Have you ever been upset about something yet felt that it wasn't okay or appropriate to process the resulting emotions? Maybe you thought that they would just pass and go away on their own? Or maybe, it’s been so long since the event that it’s difficult to identify or define the presence of the emotion at all.
The saying, “the calm before the storm” describes the moments of tranquility before the onset of a major weather change. What about if we flipped it to say, 'the storm before the calm’ when we talk about processing an emotional state that has been occupying the body? Under the surface the storm has been brewing all along, there’s an un-ease that can spill over into our daily lives, knowing that we are off or maybe it can show up in an endless array of physical symptoms.
To best be in a flow state, we must welcome calm within the tumultuous storms of life's challenges.
HOW TO DO IT 1: Acknowledge the storm to begin moving towards calm.
To deny emotions is doing ourselves a disservice; they are talking to us all the time on an unconscious level. Using a bottom up approach can be helpful to process them. Grounding into the body, feeling our feet on the floor, breathing (by using HeartMath® techniques) or feeling where the emotion is trapped in the body and placing a hand there. One of the best ways I’ve found is to go outside on the grass, barefoot, breathing deeply and feeling the warm earth beneath my feet. Or, sometimes I find dancing, shaking it out or taking a walk helpful. Screaming into a pillow can also help an acutely stressful emotion run its course.
There is no right, wrong, good or bad emotion. We can, however, think of them as depleting or renewing in the context of how they affect us. I think of them as having a language all their own that gives us signals to come back into our own self trust. We need to work with our emotions as a team. After all, life would be very dull without them.
For example, I’ve always had an issue with internalizing depleting emotions, partially because my instinct in any place of conflict is to freeze. As a result, I’ve found myself at times, stuck with unprocessed emotion over the years. But what I’ve learned to do, and it has been truly eye-opening, is to lean into the emotion and express it before it’s internalized and becomes unprocessed. A perfect example of this is after a trauma, animals will have a natural instinct to express their pent up energy by shaking. After they're done, the fight or flight response is neutralized.
*In brain retraining we focus on the old pathways (the storm) and how to change course by using the rewiring steps to bring us into a parasympathic state.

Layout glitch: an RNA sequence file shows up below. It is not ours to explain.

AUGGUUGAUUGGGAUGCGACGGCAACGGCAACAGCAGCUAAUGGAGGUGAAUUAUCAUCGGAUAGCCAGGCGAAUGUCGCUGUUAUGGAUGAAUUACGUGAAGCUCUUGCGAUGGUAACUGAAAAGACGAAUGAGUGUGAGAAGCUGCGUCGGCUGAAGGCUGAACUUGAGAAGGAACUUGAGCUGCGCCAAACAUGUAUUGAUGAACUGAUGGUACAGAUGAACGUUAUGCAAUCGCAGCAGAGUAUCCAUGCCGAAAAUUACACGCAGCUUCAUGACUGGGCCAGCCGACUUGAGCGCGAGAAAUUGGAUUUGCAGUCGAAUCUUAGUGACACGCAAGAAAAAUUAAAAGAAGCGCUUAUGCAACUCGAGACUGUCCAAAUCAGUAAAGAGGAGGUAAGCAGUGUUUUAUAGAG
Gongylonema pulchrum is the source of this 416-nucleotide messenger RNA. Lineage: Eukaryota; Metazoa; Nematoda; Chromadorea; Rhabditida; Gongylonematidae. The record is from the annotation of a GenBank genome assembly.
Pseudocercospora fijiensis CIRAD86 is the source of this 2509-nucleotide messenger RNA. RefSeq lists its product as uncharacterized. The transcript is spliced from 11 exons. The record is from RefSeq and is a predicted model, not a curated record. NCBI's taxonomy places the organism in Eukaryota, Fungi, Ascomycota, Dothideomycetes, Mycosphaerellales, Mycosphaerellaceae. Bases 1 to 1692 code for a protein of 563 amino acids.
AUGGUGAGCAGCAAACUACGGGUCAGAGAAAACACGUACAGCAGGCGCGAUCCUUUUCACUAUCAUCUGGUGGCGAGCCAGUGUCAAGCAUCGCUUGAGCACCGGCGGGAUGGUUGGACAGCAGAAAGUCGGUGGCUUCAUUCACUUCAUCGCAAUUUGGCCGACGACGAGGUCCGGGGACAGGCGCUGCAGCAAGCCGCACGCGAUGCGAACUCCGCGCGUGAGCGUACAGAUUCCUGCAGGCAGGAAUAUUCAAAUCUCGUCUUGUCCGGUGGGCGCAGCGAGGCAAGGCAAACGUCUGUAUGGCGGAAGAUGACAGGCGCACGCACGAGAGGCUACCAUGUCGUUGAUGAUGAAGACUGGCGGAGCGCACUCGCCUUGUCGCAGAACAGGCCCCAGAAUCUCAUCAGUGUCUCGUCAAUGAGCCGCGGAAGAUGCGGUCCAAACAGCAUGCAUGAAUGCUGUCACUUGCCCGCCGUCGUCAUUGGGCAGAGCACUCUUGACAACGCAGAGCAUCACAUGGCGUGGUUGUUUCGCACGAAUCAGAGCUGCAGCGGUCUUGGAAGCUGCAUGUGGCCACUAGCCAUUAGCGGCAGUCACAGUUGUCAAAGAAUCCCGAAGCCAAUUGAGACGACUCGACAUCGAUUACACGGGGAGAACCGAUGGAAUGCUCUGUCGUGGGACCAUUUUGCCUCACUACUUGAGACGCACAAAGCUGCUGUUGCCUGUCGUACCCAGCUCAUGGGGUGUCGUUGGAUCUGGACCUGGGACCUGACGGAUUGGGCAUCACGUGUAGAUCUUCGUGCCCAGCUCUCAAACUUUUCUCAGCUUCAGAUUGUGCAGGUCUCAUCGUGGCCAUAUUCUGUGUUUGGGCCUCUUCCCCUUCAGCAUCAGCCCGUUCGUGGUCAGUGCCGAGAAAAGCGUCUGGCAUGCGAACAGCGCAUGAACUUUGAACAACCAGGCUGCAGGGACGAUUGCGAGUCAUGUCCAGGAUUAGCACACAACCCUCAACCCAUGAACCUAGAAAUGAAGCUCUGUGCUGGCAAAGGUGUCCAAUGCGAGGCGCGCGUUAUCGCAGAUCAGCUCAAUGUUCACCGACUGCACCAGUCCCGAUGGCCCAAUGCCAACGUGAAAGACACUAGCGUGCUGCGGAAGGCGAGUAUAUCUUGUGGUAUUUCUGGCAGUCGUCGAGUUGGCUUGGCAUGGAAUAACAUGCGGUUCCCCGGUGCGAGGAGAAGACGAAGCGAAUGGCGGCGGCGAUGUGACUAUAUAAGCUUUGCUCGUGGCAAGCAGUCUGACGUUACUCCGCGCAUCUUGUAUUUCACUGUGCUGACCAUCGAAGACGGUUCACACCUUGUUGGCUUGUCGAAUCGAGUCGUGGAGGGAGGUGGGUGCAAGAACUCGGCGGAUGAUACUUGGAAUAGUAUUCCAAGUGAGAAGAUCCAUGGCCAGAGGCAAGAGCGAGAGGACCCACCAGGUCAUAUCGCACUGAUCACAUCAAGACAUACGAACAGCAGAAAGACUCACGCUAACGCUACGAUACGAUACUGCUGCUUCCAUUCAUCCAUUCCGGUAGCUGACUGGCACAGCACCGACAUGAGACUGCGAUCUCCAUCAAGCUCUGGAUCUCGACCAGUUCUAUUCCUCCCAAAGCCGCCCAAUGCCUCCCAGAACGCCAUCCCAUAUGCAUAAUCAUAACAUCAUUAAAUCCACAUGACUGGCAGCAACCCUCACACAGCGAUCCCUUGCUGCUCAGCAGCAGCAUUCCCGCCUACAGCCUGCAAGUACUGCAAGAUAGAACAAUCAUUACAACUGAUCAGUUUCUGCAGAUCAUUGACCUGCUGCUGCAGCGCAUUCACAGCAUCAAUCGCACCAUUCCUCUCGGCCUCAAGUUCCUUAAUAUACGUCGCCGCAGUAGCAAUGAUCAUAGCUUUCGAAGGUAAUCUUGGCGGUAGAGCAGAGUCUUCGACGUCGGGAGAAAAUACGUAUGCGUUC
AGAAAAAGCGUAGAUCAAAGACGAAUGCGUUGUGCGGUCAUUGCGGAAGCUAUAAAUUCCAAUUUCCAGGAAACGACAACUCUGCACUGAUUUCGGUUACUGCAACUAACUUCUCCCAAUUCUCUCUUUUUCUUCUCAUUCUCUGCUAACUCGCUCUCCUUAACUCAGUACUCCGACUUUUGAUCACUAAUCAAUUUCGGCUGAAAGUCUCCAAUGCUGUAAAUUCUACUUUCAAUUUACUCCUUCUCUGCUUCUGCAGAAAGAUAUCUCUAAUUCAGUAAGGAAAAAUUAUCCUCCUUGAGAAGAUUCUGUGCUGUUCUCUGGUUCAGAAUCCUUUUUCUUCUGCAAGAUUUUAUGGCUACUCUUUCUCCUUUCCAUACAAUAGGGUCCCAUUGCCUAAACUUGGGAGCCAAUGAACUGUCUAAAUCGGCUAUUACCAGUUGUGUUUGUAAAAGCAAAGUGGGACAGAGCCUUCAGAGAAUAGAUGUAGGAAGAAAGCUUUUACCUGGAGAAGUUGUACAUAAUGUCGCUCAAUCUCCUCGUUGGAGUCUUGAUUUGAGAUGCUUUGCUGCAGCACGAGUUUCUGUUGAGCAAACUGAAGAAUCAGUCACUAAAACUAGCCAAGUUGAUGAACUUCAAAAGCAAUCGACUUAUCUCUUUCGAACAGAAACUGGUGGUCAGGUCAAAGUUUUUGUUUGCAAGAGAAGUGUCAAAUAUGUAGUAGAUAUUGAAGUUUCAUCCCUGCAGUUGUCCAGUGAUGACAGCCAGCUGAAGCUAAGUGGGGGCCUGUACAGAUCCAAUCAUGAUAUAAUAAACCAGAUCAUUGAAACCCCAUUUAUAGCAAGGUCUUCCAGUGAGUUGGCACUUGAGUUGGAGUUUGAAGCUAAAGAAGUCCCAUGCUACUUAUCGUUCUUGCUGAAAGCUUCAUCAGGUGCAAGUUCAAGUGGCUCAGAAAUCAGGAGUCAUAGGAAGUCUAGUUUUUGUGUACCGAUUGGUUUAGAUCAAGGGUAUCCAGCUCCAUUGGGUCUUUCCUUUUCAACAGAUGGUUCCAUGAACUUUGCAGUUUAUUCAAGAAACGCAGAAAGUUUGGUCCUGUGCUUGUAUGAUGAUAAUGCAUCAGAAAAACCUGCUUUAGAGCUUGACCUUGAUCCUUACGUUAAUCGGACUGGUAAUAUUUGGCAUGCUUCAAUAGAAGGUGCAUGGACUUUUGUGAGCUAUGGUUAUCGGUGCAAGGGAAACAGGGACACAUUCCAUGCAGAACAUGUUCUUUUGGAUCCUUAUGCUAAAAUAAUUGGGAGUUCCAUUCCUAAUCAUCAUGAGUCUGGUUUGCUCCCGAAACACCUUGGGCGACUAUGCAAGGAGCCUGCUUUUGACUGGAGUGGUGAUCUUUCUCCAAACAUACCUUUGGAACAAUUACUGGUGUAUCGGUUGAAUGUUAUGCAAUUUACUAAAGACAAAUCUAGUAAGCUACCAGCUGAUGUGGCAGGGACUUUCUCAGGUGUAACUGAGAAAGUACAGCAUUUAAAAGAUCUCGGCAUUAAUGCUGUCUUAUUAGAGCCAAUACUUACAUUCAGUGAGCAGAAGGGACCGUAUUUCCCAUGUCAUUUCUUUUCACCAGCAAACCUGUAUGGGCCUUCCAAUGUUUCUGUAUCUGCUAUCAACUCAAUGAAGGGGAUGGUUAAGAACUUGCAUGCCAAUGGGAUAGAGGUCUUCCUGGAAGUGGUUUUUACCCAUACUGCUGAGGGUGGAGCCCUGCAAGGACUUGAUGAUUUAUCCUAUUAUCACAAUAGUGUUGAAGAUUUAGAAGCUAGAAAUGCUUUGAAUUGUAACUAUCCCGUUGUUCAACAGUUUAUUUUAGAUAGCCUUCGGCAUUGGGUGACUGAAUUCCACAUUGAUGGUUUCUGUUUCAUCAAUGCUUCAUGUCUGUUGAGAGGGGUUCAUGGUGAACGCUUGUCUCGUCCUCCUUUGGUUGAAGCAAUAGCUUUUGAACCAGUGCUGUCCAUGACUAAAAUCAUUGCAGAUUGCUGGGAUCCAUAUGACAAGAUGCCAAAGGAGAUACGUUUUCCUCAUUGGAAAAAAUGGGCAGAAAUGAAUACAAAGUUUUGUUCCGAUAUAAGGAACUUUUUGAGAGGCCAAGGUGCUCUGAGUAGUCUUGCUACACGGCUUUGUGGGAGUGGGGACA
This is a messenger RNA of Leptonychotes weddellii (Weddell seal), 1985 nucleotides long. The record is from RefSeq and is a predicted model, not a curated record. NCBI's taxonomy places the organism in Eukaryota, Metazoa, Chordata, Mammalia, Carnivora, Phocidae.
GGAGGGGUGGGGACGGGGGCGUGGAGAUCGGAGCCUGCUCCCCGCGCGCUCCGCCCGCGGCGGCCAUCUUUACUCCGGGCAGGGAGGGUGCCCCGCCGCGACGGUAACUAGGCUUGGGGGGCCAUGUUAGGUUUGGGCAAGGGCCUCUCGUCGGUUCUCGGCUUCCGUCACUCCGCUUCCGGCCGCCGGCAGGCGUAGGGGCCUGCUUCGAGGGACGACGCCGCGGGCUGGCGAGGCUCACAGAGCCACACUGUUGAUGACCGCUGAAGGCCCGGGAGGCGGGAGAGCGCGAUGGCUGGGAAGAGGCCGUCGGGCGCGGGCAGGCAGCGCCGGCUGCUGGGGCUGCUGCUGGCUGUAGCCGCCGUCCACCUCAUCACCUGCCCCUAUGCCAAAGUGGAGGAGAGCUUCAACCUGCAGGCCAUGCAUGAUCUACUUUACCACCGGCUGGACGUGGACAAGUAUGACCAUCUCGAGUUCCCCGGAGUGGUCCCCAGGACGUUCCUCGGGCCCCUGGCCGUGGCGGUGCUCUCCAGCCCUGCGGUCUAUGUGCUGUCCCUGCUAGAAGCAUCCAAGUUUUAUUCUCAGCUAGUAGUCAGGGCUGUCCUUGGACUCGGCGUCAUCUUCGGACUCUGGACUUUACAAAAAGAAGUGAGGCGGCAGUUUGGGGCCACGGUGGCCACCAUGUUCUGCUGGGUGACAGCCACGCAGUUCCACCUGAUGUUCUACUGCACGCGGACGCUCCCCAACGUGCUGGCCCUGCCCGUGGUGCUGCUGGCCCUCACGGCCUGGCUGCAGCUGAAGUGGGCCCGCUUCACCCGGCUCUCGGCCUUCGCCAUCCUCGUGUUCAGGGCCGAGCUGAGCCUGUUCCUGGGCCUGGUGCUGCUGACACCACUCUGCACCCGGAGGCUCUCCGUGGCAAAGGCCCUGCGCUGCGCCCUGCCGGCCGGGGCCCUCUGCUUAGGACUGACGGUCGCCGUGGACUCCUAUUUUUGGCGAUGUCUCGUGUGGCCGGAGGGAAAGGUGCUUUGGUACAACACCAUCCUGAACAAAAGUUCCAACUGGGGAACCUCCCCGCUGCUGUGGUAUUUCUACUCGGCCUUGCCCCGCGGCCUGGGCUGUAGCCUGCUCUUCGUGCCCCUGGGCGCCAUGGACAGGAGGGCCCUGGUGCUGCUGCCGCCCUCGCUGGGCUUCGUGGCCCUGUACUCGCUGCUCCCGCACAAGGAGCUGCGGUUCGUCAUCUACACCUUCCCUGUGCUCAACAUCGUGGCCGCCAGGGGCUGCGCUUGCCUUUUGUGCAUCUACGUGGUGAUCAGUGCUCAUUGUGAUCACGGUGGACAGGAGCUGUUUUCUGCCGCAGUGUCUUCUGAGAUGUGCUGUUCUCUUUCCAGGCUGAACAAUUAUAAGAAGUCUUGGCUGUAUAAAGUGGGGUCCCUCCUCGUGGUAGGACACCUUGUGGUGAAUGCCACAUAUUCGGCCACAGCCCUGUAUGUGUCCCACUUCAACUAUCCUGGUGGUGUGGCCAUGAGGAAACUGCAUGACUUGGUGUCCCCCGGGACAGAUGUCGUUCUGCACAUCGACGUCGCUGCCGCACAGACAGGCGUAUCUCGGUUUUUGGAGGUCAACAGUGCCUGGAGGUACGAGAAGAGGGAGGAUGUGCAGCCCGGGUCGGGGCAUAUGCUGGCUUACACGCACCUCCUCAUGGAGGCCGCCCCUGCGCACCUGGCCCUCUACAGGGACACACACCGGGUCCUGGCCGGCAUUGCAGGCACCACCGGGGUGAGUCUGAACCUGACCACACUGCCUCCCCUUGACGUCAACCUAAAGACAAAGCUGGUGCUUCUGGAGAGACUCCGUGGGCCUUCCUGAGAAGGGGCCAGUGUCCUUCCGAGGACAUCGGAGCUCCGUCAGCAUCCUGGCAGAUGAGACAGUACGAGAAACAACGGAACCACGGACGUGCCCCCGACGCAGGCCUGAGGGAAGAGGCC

HOW TO DO IT 2: Accept that storms are part of life and integrate them into the experience.
If we don’t recognize the futility of fighting a storm, it will use our energy better spent on other things. I’d like to say that I don’t have a history of this but I won’t, because it’s not true. Diverting emotions comes easily to me as someone who has a people-pleasing relationship with conflict and disturbance. Instead of standing up to the storm, I sit passively in it wondering how I got here. At the same time, a message from within tells me that it’s possible to integrate it. More recently, It’s become clear to me that acceptance is at the heart of weathering any storm.
To find calm in a storm, stop fighting it.
*In brain retraining, we learn how these emotional outbursts can originate from limbic system dysfunction and how to curb them by envisioning a new path forward.
HOW TO DO IT 3: Know that the storm will pass and that choices made within it may not be wise long term. (It’s only a storm and it’s best to wait it out)
I’ve acted on emotion about as many times as you probably have. We all do it and we all regret it. I could share many stories of times when emotion led me to act like a fool, but let me just give you one everyday example: I recently found out I can no longer go to an event I’d been looking forward to, I proceeded to project that anger and disappointment onto my husband in Costco of all places. I acknowledged and accepted how it affected me and requested that we stop all conversation until I was able to do some breath work to integrate the emotion.
*In brain retraining, we learn how to recognize false messages and maladapted emotional responses and make different choices.
Learning to acknowledge a storm when it’s here by developing our capacity to pause when triggered and also to become aware of when we are triggered. Most of our problems come from us not realizing that we’re triggered before it’s too late.
Learning to accept and to weather a storm really just means learning to become a master weather watcher (curious observer).
Knowing that the inevitability of storms means maintaining a mature perspective of life and realizing that we have the power and tools to create our state at any given time.
How do you change course on a storm that's been brewing under the surface?
Dawn Minami a Certified Health Coach, HeartMath®, Master NLP® and Mental and Emotional Release® Practitioner. She is also the mother of a family that spent the best part of a decade all living with Lyme disease. Having liberated not only herself, but also her husband and 3 children, she is now a passionate advocate for neuroplasticity, breaking free from our patterns and building great health against the odds. Dawn is now making up for lost time pursuing yoga, hiking, singing and spending time in nature with her limbically challenged rescue boxer, Faith. Dawn can be reached at firstname.lastname@example.org or on Instagram @dawnbradleyminami
*Mental and Emotional Release® is a registered trademark of Advanced Neuro Dynamics, Inc. and is exclusively licensed to the Association for Integrative Psychology, Inc.